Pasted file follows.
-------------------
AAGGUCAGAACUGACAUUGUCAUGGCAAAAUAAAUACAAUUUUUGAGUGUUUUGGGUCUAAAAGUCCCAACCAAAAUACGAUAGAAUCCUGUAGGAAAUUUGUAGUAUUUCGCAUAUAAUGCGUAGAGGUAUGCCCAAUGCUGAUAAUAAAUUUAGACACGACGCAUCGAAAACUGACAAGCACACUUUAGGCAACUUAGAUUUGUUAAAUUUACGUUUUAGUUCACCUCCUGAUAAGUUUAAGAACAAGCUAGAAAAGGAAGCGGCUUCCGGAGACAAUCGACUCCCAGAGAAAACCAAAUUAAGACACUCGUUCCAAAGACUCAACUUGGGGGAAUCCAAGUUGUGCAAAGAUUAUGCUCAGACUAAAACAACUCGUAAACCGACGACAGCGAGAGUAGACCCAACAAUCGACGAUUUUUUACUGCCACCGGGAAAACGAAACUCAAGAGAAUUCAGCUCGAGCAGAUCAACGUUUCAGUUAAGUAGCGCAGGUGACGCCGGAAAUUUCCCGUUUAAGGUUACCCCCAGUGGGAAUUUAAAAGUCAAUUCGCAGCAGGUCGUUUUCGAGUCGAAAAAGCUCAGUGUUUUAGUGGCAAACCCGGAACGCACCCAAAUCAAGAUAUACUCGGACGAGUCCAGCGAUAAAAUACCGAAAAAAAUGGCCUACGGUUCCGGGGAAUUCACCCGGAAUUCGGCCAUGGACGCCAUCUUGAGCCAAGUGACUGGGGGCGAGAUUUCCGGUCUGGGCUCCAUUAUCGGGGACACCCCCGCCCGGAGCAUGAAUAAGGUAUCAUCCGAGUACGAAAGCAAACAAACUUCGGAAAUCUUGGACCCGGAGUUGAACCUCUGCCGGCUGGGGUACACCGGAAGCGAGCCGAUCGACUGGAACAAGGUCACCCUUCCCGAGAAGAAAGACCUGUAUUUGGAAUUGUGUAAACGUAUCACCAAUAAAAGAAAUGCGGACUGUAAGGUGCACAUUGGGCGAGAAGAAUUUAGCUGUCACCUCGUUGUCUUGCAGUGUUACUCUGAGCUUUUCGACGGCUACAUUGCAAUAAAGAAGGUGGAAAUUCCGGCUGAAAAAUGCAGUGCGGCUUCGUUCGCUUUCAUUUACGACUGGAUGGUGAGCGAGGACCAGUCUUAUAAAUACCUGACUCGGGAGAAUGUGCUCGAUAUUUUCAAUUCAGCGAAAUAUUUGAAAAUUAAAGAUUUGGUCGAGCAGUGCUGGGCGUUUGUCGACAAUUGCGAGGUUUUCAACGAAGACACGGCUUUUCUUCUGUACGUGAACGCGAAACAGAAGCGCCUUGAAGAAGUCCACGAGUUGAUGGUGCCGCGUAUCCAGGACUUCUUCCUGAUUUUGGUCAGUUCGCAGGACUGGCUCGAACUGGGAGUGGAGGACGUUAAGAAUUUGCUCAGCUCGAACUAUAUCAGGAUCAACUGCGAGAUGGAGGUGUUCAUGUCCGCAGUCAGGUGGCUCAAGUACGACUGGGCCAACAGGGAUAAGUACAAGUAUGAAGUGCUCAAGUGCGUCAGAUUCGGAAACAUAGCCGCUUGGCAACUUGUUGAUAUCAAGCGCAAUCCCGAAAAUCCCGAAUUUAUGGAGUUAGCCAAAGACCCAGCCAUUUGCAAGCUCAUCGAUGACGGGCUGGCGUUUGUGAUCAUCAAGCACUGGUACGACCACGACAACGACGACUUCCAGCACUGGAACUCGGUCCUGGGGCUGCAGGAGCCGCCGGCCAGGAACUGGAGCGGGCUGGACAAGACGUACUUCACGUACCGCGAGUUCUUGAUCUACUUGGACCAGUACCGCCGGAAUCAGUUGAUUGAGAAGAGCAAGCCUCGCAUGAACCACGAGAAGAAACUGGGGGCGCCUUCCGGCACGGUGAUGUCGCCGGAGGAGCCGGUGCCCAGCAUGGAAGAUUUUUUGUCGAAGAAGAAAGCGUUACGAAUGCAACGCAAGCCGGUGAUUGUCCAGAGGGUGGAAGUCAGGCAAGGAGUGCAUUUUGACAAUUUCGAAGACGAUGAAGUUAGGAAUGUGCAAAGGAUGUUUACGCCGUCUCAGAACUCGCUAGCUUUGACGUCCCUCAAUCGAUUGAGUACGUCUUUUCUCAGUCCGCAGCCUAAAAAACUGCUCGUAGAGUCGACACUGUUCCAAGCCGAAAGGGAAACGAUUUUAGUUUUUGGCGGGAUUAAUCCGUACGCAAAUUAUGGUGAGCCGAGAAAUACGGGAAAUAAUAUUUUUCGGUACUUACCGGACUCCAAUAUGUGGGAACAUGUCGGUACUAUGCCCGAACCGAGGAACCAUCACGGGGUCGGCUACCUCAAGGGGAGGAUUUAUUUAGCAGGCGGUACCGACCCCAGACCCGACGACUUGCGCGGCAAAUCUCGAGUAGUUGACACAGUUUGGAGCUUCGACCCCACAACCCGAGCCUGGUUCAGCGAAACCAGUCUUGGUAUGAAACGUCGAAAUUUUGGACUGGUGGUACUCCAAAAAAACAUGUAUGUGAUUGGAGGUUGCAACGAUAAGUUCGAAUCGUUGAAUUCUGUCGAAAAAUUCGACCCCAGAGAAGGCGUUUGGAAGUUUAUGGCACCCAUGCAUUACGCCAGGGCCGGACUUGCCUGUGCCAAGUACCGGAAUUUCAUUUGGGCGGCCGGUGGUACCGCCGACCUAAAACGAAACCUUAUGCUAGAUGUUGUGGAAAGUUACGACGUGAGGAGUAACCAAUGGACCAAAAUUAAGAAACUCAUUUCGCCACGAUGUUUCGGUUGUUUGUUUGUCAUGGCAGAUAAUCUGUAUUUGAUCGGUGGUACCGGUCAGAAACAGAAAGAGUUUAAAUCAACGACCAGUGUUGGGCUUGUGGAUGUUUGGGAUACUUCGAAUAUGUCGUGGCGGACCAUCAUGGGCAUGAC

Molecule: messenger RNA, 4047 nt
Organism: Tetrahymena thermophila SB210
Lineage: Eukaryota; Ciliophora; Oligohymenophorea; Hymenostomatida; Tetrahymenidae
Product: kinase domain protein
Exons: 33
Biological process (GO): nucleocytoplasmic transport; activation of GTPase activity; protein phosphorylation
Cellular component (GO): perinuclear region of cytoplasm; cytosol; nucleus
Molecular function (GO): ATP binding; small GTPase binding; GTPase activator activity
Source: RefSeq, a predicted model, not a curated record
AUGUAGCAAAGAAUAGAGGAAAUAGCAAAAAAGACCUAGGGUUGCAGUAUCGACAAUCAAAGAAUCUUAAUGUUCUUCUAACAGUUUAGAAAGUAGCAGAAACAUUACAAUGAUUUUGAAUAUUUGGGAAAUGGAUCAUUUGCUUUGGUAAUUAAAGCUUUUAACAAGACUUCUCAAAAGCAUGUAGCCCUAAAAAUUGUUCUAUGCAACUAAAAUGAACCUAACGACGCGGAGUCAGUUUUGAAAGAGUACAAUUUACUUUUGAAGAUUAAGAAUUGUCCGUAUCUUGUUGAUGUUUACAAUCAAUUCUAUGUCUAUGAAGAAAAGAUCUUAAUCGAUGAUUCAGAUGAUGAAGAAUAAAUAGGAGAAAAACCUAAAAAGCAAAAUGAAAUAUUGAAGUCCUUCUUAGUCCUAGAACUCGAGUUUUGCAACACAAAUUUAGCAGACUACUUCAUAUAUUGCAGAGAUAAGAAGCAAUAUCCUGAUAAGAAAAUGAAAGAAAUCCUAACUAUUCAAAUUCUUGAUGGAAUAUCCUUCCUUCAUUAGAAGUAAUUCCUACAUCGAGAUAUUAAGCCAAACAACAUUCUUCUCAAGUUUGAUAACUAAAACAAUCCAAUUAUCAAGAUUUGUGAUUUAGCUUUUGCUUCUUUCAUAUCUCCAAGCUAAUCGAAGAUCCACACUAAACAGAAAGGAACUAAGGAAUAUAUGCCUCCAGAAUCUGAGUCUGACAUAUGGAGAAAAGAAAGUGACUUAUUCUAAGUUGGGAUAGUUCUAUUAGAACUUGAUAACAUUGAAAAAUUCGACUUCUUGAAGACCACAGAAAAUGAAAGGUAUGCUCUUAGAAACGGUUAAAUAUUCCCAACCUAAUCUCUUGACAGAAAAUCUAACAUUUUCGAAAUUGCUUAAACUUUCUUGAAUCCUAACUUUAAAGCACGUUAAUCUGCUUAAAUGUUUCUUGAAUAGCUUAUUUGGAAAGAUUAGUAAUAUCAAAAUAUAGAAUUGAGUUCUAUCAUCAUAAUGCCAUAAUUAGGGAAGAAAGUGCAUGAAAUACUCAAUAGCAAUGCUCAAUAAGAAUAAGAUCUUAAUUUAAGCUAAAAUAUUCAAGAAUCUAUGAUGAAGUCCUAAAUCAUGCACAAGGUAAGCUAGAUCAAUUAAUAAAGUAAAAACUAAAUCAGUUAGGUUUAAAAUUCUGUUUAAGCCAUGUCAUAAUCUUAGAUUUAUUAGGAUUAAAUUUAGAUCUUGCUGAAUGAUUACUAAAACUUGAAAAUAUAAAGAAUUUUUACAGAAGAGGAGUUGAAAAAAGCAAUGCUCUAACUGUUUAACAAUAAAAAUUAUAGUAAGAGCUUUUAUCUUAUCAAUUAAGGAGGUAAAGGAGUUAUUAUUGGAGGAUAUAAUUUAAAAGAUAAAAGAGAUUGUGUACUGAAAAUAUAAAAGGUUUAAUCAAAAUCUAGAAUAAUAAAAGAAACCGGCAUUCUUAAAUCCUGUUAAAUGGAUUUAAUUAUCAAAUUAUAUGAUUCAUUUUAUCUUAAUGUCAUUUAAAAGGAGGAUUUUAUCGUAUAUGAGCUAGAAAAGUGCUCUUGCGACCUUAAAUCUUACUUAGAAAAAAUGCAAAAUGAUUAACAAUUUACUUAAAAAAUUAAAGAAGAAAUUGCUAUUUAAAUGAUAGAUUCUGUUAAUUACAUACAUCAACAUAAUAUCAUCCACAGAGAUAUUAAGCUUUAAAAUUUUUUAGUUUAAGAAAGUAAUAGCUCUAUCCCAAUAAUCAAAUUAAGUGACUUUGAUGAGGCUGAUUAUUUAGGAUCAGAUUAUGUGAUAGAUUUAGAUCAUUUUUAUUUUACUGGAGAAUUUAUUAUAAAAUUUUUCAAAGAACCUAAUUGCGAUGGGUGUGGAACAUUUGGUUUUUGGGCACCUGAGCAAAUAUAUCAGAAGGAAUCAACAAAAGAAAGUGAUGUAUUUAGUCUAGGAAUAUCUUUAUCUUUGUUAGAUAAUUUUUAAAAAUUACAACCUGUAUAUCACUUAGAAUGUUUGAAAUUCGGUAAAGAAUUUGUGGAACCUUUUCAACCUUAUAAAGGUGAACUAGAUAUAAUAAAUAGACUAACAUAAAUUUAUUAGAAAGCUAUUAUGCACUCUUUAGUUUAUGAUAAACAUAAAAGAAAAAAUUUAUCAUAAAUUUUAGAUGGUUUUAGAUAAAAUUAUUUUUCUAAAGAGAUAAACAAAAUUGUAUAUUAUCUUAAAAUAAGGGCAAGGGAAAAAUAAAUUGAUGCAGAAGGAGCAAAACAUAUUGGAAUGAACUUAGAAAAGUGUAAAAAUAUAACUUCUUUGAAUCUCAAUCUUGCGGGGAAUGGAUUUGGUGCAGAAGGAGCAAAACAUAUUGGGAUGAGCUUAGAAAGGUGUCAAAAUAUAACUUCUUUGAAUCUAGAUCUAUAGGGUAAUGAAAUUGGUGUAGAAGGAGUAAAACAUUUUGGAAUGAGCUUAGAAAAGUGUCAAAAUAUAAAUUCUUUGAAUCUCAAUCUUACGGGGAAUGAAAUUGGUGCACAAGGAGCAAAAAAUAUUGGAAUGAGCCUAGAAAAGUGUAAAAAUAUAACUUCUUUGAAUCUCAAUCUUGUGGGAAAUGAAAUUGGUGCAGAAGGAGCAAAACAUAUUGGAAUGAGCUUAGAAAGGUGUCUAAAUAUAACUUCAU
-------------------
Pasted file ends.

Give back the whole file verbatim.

AAGGUCAGAACUGACAUUGUCAUGGCAAAAUAAAUACAAUUUUUGAGUGUUUUGGGUCUAAAAGUCCCAACCAAAAUACGAUAGAAUCCUGUAGGAAAUUUGUAGUAUUUCGCAUAUAAUGCGUAGAGGUAUGCCCAAUGCUGAUAAUAAAUUUAGACACGACGCAUCGAAAACUGACAAGCACACUUUAGGCAACUUAGAUUUGUUAAAUUUACGUUUUAGUUCACCUCCUGAUAAGUUUAAGAACAAGCUAGAAAAGGAAGCGGCUUCCGGAGACAAUCGACUCCCAGAGAAAACCAAAUUAAGACACUCGUUCCAAAGACUCAACUUGGGGGAAUCCAAGUUGUGCAAAGAUUAUGCUCAGACUAAAACAACUCGUAAACCGACGACAGCGAGAGUAGACCCAACAAUCGACGAUUUUUUACUGCCACCGGGAAAACGAAACUCAAGAGAAUUCAGCUCGAGCAGAUCAACGUUUCAGUUAAGUAGCGCAGGUGACGCCGGAAAUUUCCCGUUUAAGGUUACCCCCAGUGGGAAUUUAAAAGUCAAUUCGCAGCAGGUCGUUUUCGAGUCGAAAAAGCUCAGUGUUUUAGUGGCAAACCCGGAACGCACCCAAAUCAAGAUAUACUCGGACGAGUCCAGCGAUAAAAUACCGAAAAAAAUGGCCUACGGUUCCGGGGAAUUCACCCGGAAUUCGGCCAUGGACGCCAUCUUGAGCCAAGUGACUGGGGGCGAGAUUUCCGGUCUGGGCUCCAUUAUCGGGGACACCCCCGCCCGGAGCAUGAAUAAGGUAUCAUCCGAGUACGAAAGCAAACAAACUUCGGAAAUCUUGGACCCGGAGUUGAACCUCUGCCGGCUGGGGUACACCGGAAGCGAGCCGAUCGACUGGAACAAGGUCACCCUUCCCGAGAAGAAAGACCUGUAUUUGGAAUUGUGUAAACGUAUCACCAAUAAAAGAAAUGCGGACUGUAAGGUGCACAUUGGGCGAGAAGAAUUUAGCUGUCACCUCGUUGUCUUGCAGUGUUACUCUGAGCUUUUCGACGGCUACAUUGCAAUAAAGAAGGUGGAAAUUCCGGCUGAAAAAUGCAGUGCGGCUUCGUUCGCUUUCAUUUACGACUGGAUGGUGAGCGAGGACCAGUCUUAUAAAUACCUGACUCGGGAGAAUGUGCUCGAUAUUUUCAAUUCAGCGAAAUAUUUGAAAAUUAAAGAUUUGGUCGAGCAGUGCUGGGCGUUUGUCGACAAUUGCGAGGUUUUCAACGAAGACACGGCUUUUCUUCUGUACGUGAACGCGAAACAGAAGCGCCUUGAAGAAGUCCACGAGUUGAUGGUGCCGCGUAUCCAGGACUUCUUCCUGAUUUUGGUCAGUUCGCAGGACUGGCUCGAACUGGGAGUGGAGGACGUUAAGAAUUUGCUCAGCUCGAACUAUAUCAGGAUCAACUGCGAGAUGGAGGUGUUCAUGUCCGCAGUCAGGUGGCUCAAGUACGACUGGGCCAACAGGGAUAAGUACAAGUAUGAAGUGCUCAAGUGCGUCAGAUUCGGAAACAUAGCCGCUUGGCAACUUGUUGAUAUCAAGCGCAAUCCCGAAAAUCCCGAAUUUAUGGAGUUAGCCAAAGACCCAGCCAUUUGCAAGCUCAUCGAUGACGGGCUGGCGUUUGUGAUCAUCAAGCACUGGUACGACCACGACAACGACGACUUCCAGCACUGGAACUCGGUCCUGGGGCUGCAGGAGCCGCCGGCCAGGAACUGGAGCGGGCUGGACAAGACGUACUUCACGUACCGCGAGUUCUUGAUCUACUUGGACCAGUACCGCCGGAAUCAGUUGAUUGAGAAGAGCAAGCCUCGCAUGAACCACGAGAAGAAACUGGGGGCGCCUUCCGGCACGGUGAUGUCGCCGGAGGAGCCGGUGCCCAGCAUGGAAGAUUUUUUGUCGAAGAAGAAAGCGUUACGAAUGCAACGCAAGCCGGUGAUUGUCCAGAGGGUGGAAGUCAGGCAAGGAGUGCAUUUUGACAAUUUCGAAGACGAUGAAGUUAGGAAUGUGCAAAGGAUGUUUACGCCGUCUCAGAACUCGCUAGCUUUGACGUCCCUCAAUCGAUUGAGUACGUCUUUUCUCAGUCCGCAGCCUAAAAAACUGCUCGUAGAGUCGACACUGUUCCAAGCCGAAAGGGAAACGAUUUUAGUUUUUGGCGGGAUUAAUCCGUACGCAAAUUAUGGUGAGCCGAGAAAUACGGGAAAUAAUAUUUUUCGGUACUUACCGGACUCCAAUAUGUGGGAACAUGUCGGUACUAUGCCCGAACCGAGGAACCAUCACGGGGUCGGCUACCUCAAGGGGAGGAUUUAUUUAGCAGGCGGUACCGACCCCAGACCCGACGACUUGCGCGGCAAAUCUCGAGUAGUUGACACAGUUUGGAGCUUCGACCCCACAACCCGAGCCUGGUUCAGCGAAACCAGUCUUGGUAUGAAACGUCGAAAUUUUGGACUGGUGGUACUCCAAAAAAACAUGUAUGUGAUUGGAGGUUGCAACGAUAAGUUCGAAUCGUUGAAUUCUGUCGAAAAAUUCGACCCCAGAGAAGGCGUUUGGAAGUUUAUGGCACCCAUGCAUUACGCCAGGGCCGGACUUGCCUGUGCCAAGUACCGGAAUUUCAUUUGGGCGGCCGGUGGUACCGCCGACCUAAAACGAAACCUUAUGCUAGAUGUUGUGGAAAGUUACGACGUGAGGAGUAACCAAUGGACCAAAAUUAAGAAACUCAUUUCGCCACGAUGUUUCGGUUGUUUGUUUGUCAUGGCAGAUAAUCUGUAUUUGAUCGGUGGUACCGGUCAGAAACAGAAAGAGUUUAAAUCAACGACCAGUGUUGGGCUUGUGGAUGUUUGGGAUACUUCGAAUAUGUCGUGGCGGACCAUCAUGGGCAUGAC

Molecule: messenger RNA, 4047 nt
Organism: Tetrahymena thermophila SB210
Lineage: Eukaryota; Ciliophora; Oligohymenophorea; Hymenostomatida; Tetrahymenidae
Product: kinase domain protein
Exons: 33
Biological process (GO): nucleocytoplasmic transport; activation of GTPase activity; protein phosphorylation
Cellular component (GO): perinuclear region of cytoplasm; cytosol; nucleus
Molecular function (GO): ATP binding; small GTPase binding; GTPase activator activity
Source: RefSeq, a predicted model, not a curated record
AUGUAGCAAAGAAUAGAGGAAAUAGCAAAAAAGACCUAGGGUUGCAGUAUCGACAAUCAAAGAAUCUUAAUGUUCUUCUAACAGUUUAGAAAGUAGCAGAAACAUUACAAUGAUUUUGAAUAUUUGGGAAAUGGAUCAUUUGCUUUGGUAAUUAAAGCUUUUAACAAGACUUCUCAAAAGCAUGUAGCCCUAAAAAUUGUUCUAUGCAACUAAAAUGAACCUAACGACGCGGAGUCAGUUUUGAAAGAGUACAAUUUACUUUUGAAGAUUAAGAAUUGUCCGUAUCUUGUUGAUGUUUACAAUCAAUUCUAUGUCUAUGAAGAAAAGAUCUUAAUCGAUGAUUCAGAUGAUGAAGAAUAAAUAGGAGAAAAACCUAAAAAGCAAAAUGAAAUAUUGAAGUCCUUCUUAGUCCUAGAACUCGAGUUUUGCAACACAAAUUUAGCAGACUACUUCAUAUAUUGCAGAGAUAAGAAGCAAUAUCCUGAUAAGAAAAUGAAAGAAAUCCUAACUAUUCAAAUUCUUGAUGGAAUAUCCUUCCUUCAUUAGAAGUAAUUCCUACAUCGAGAUAUUAAGCCAAACAACAUUCUUCUCAAGUUUGAUAACUAAAACAAUCCAAUUAUCAAGAUUUGUGAUUUAGCUUUUGCUUCUUUCAUAUCUCCAAGCUAAUCGAAGAUCCACACUAAACAGAAAGGAACUAAGGAAUAUAUGCCUCCAGAAUCUGAGUCUGACAUAUGGAGAAAAGAAAGUGACUUAUUCUAAGUUGGGAUAGUUCUAUUAGAACUUGAUAACAUUGAAAAAUUCGACUUCUUGAAGACCACAGAAAAUGAAAGGUAUGCUCUUAGAAACGGUUAAAUAUUCCCAACCUAAUCUCUUGACAGAAAAUCUAACAUUUUCGAAAUUGCUUAAACUUUCUUGAAUCCUAACUUUAAAGCACGUUAAUCUGCUUAAAUGUUUCUUGAAUAGCUUAUUUGGAAAGAUUAGUAAUAUCAAAAUAUAGAAUUGAGUUCUAUCAUCAUAAUGCCAUAAUUAGGGAAGAAAGUGCAUGAAAUACUCAAUAGCAAUGCUCAAUAAGAAUAAGAUCUUAAUUUAAGCUAAAAUAUUCAAGAAUCUAUGAUGAAGUCCUAAAUCAUGCACAAGGUAAGCUAGAUCAAUUAAUAAAGUAAAAACUAAAUCAGUUAGGUUUAAAAUUCUGUUUAAGCCAUGUCAUAAUCUUAGAUUUAUUAGGAUUAAAUUUAGAUCUUGCUGAAUGAUUACUAAAACUUGAAAAUAUAAAGAAUUUUUACAGAAGAGGAGUUGAAAAAAGCAAUGCUCUAACUGUUUAACAAUAAAAAUUAUAGUAAGAGCUUUUAUCUUAUCAAUUAAGGAGGUAAAGGAGUUAUUAUUGGAGGAUAUAAUUUAAAAGAUAAAAGAGAUUGUGUACUGAAAAUAUAAAAGGUUUAAUCAAAAUCUAGAAUAAUAAAAGAAACCGGCAUUCUUAAAUCCUGUUAAAUGGAUUUAAUUAUCAAAUUAUAUGAUUCAUUUUAUCUUAAUGUCAUUUAAAAGGAGGAUUUUAUCGUAUAUGAGCUAGAAAAGUGCUCUUGCGACCUUAAAUCUUACUUAGAAAAAAUGCAAAAUGAUUAACAAUUUACUUAAAAAAUUAAAGAAGAAAUUGCUAUUUAAAUGAUAGAUUCUGUUAAUUACAUACAUCAACAUAAUAUCAUCCACAGAGAUAUUAAGCUUUAAAAUUUUUUAGUUUAAGAAAGUAAUAGCUCUAUCCCAAUAAUCAAAUUAAGUGACUUUGAUGAGGCUGAUUAUUUAGGAUCAGAUUAUGUGAUAGAUUUAGAUCAUUUUUAUUUUACUGGAGAAUUUAUUAUAAAAUUUUUCAAAGAACCUAAUUGCGAUGGGUGUGGAACAUUUGGUUUUUGGGCACCUGAGCAAAUAUAUCAGAAGGAAUCAACAAAAGAAAGUGAUGUAUUUAGUCUAGGAAUAUCUUUAUCUUUGUUAGAUAAUUUUUAAAAAUUACAACCUGUAUAUCACUUAGAAUGUUUGAAAUUCGGUAAAGAAUUUGUGGAACCUUUUCAACCUUAUAAAGGUGAACUAGAUAUAAUAAAUAGACUAACAUAAAUUUAUUAGAAAGCUAUUAUGCACUCUUUAGUUUAUGAUAAACAUAAAAGAAAAAAUUUAUCAUAAAUUUUAGAUGGUUUUAGAUAAAAUUAUUUUUCUAAAGAGAUAAACAAAAUUGUAUAUUAUCUUAAAAUAAGGGCAAGGGAAAAAUAAAUUGAUGCAGAAGGAGCAAAACAUAUUGGAAUGAACUUAGAAAAGUGUAAAAAUAUAACUUCUUUGAAUCUCAAUCUUGCGGGGAAUGGAUUUGGUGCAGAAGGAGCAAAACAUAUUGGGAUGAGCUUAGAAAGGUGUCAAAAUAUAACUUCUUUGAAUCUAGAUCUAUAGGGUAAUGAAAUUGGUGUAGAAGGAGUAAAACAUUUUGGAAUGAGCUUAGAAAAGUGUCAAAAUAUAAAUUCUUUGAAUCUCAAUCUUACGGGGAAUGAAAUUGGUGCACAAGGAGCAAAAAAUAUUGGAAUGAGCCUAGAAAAGUGUAAAAAUAUAACUUCUUUGAAUCUCAAUCUUGUGGGAAAUGAAAUUGGUGCAGAAGGAGCAAAACAUAUUGGAAUGAGCUUAGAAAGGUGUCUAAAUAUAACUUCAU